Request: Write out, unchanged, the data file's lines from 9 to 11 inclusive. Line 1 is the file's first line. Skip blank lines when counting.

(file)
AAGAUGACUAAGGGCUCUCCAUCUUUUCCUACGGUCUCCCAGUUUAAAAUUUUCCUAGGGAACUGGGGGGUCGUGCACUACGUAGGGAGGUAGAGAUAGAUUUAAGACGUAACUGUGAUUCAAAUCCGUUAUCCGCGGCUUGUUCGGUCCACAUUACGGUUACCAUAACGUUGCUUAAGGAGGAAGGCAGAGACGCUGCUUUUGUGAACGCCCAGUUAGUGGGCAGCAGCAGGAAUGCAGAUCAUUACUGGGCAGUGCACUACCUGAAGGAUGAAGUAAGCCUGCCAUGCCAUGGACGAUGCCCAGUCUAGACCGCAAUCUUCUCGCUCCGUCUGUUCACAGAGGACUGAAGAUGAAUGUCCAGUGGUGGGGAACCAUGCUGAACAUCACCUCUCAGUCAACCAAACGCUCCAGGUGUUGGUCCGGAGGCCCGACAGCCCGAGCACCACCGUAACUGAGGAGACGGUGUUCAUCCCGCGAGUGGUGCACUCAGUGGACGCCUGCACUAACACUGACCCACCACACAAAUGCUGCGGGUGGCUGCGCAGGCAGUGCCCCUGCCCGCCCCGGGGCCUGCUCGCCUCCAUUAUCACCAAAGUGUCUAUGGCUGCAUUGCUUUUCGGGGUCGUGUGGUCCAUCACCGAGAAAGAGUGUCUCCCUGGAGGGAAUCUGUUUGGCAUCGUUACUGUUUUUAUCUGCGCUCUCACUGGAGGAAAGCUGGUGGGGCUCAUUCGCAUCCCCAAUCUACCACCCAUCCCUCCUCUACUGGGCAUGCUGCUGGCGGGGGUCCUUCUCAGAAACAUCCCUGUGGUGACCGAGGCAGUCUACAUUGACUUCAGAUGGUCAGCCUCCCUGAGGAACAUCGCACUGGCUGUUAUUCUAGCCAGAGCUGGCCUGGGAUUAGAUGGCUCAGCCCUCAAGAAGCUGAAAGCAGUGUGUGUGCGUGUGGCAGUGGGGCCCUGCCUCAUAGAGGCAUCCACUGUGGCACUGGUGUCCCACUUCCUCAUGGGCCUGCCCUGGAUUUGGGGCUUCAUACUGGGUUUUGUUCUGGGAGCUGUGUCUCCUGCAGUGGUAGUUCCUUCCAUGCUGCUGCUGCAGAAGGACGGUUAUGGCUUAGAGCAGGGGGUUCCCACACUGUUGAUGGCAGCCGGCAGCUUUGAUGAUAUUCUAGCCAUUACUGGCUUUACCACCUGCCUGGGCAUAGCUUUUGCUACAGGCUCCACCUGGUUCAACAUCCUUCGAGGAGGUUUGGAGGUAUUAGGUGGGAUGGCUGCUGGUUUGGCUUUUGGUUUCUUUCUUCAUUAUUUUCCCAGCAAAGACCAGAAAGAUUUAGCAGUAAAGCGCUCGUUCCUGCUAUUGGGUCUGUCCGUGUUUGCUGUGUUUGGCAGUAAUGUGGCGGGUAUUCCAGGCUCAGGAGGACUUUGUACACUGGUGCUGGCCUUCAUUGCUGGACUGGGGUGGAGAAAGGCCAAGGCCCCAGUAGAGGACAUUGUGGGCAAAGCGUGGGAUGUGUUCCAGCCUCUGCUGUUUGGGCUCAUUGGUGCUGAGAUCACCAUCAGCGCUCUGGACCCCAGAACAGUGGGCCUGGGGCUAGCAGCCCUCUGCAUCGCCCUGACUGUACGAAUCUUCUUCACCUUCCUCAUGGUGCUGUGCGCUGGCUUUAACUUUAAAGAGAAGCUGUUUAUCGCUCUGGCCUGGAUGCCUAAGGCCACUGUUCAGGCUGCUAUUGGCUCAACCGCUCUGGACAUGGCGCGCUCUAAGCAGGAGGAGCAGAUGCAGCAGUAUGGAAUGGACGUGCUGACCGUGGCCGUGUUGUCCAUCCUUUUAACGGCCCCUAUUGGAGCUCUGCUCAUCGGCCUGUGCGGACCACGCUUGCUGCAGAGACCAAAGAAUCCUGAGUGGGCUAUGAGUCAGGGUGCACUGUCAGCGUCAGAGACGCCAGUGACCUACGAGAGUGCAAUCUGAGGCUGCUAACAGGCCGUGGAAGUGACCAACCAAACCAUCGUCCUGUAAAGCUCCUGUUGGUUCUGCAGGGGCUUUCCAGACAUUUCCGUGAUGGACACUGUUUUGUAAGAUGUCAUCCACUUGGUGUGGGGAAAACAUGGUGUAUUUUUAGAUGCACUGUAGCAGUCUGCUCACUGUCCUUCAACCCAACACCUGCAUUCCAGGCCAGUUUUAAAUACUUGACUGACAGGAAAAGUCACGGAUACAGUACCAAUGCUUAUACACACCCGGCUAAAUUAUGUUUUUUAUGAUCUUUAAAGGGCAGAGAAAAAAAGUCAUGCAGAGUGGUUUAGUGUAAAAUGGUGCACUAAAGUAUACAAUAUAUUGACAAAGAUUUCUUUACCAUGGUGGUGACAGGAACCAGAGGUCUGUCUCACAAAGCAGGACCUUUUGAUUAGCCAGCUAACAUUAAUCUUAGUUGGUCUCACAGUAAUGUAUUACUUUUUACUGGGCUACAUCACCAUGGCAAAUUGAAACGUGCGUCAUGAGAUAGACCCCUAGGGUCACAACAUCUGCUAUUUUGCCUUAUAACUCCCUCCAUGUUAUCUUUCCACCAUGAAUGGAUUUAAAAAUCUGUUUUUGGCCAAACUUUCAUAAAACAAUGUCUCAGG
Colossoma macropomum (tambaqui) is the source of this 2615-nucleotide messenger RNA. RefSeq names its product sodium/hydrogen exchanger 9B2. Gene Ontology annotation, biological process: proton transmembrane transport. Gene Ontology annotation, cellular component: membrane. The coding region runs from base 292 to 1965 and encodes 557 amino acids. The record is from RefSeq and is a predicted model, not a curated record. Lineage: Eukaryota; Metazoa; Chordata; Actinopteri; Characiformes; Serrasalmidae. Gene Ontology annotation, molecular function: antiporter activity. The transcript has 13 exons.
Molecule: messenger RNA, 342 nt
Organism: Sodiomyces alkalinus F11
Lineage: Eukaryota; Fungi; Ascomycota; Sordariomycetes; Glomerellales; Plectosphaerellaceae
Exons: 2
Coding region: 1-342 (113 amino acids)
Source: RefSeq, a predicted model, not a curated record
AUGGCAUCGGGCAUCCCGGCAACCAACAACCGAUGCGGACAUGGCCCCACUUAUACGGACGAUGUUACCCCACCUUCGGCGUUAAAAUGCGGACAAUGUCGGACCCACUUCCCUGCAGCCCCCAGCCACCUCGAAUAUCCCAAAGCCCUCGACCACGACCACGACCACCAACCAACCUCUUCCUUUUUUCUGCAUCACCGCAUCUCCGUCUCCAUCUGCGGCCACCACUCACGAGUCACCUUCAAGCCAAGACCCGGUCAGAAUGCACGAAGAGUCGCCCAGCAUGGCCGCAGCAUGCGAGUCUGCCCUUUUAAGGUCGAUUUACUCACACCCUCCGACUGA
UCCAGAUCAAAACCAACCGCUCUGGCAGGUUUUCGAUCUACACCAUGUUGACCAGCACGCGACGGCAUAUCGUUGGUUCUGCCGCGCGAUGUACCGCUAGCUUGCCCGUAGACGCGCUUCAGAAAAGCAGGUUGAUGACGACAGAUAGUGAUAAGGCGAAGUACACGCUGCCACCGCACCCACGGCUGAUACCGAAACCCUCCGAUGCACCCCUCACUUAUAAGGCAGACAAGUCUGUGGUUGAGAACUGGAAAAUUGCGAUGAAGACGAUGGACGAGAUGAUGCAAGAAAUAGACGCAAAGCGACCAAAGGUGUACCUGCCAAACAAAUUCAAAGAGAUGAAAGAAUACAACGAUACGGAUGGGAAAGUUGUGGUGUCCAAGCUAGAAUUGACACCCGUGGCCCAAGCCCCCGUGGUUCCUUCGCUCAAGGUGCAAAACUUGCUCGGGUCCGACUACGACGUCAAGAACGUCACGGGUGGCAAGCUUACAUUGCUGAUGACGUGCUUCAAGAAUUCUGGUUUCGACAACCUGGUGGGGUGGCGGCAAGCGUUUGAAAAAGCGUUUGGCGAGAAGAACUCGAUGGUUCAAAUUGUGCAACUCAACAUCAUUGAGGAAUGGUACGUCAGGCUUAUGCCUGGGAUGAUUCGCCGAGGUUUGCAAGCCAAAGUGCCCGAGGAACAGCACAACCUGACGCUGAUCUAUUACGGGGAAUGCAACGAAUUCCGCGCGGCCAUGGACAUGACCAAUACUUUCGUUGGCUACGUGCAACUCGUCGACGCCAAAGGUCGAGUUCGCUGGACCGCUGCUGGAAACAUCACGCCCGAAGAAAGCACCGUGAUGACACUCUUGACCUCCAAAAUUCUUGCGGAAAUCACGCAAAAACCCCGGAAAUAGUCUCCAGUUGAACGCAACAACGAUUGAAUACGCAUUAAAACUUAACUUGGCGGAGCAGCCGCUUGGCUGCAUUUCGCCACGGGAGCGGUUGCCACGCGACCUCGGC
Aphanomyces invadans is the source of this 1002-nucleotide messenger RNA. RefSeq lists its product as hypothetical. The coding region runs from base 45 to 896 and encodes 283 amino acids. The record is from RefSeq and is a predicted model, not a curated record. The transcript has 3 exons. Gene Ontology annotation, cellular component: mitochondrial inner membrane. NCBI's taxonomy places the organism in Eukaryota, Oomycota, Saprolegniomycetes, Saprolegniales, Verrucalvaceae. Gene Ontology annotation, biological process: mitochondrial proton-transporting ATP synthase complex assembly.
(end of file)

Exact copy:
AUGGCAUCGGGCAUCCCGGCAACCAACAACCGAUGCGGACAUGGCCCCACUUAUACGGACGAUGUUACCCCACCUUCGGCGUUAAAAUGCGGACAAUGUCGGACCCACUUCCCUGCAGCCCCCAGCCACCUCGAAUAUCCCAAAGCCCUCGACCACGACCACGACCACCAACCAACCUCUUCCUUUUUUCUGCAUCACCGCAUCUCCGUCUCCAUCUGCGGCCACCACUCACGAGUCACCUUCAAGCCAAGACCCGGUCAGAAUGCACGAAGAGUCGCCCAGCAUGGCCGCAGCAUGCGAGUCUGCCCUUUUAAGGUCGAUUUACUCACACCCUCCGACUGA
UCCAGAUCAAAACCAACCGCUCUGGCAGGUUUUCGAUCUACACCAUGUUGACCAGCACGCGACGGCAUAUCGUUGGUUCUGCCGCGCGAUGUACCGCUAGCUUGCCCGUAGACGCGCUUCAGAAAAGCAGGUUGAUGACGACAGAUAGUGAUAAGGCGAAGUACACGCUGCCACCGCACCCACGGCUGAUACCGAAACCCUCCGAUGCACCCCUCACUUAUAAGGCAGACAAGUCUGUGGUUGAGAACUGGAAAAUUGCGAUGAAGACGAUGGACGAGAUGAUGCAAGAAAUAGACGCAAAGCGACCAAAGGUGUACCUGCCAAACAAAUUCAAAGAGAUGAAAGAAUACAACGAUACGGAUGGGAAAGUUGUGGUGUCCAAGCUAGAAUUGACACCCGUGGCCCAAGCCCCCGUGGUUCCUUCGCUCAAGGUGCAAAACUUGCUCGGGUCCGACUACGACGUCAAGAACGUCACGGGUGGCAAGCUUACAUUGCUGAUGACGUGCUUCAAGAAUUCUGGUUUCGACAACCUGGUGGGGUGGCGGCAAGCGUUUGAAAAAGCGUUUGGCGAGAAGAACUCGAUGGUUCAAAUUGUGCAACUCAACAUCAUUGAGGAAUGGUACGUCAGGCUUAUGCCUGGGAUGAUUCGCCGAGGUUUGCAAGCCAAAGUGCCCGAGGAACAGCACAACCUGACGCUGAUCUAUUACGGGGAAUGCAACGAAUUCCGCGCGGCCAUGGACAUGACCAAUACUUUCGUUGGCUACGUGCAACUCGUCGACGCCAAAGGUCGAGUUCGCUGGACCGCUGCUGGAAACAUCACGCCCGAAGAAAGCACCGUGAUGACACUCUUGACCUCCAAAAUUCUUGCGGAAAUCACGCAAAAACCCCGGAAAUAGUCUCCAGUUGAACGCAACAACGAUUGAAUACGCAUUAAAACUUAACUUGGCGGAGCAGCCGCUUGGCUGCAUUUCGCCACGGGAGCGGUUGCCACGCGACCUCGGC
Aphanomyces invadans is the source of this 1002-nucleotide messenger RNA. RefSeq lists its product as hypothetical. The coding region runs from base 45 to 896 and encodes 283 amino acids. The record is from RefSeq and is a predicted model, not a curated record. The transcript has 3 exons. Gene Ontology annotation, cellular component: mitochondrial inner membrane. NCBI's taxonomy places the organism in Eukaryota, Oomycota, Saprolegniomycetes, Saprolegniales, Verrucalvaceae. Gene Ontology annotation, biological process: mitochondrial proton-transporting ATP synthase complex assembly.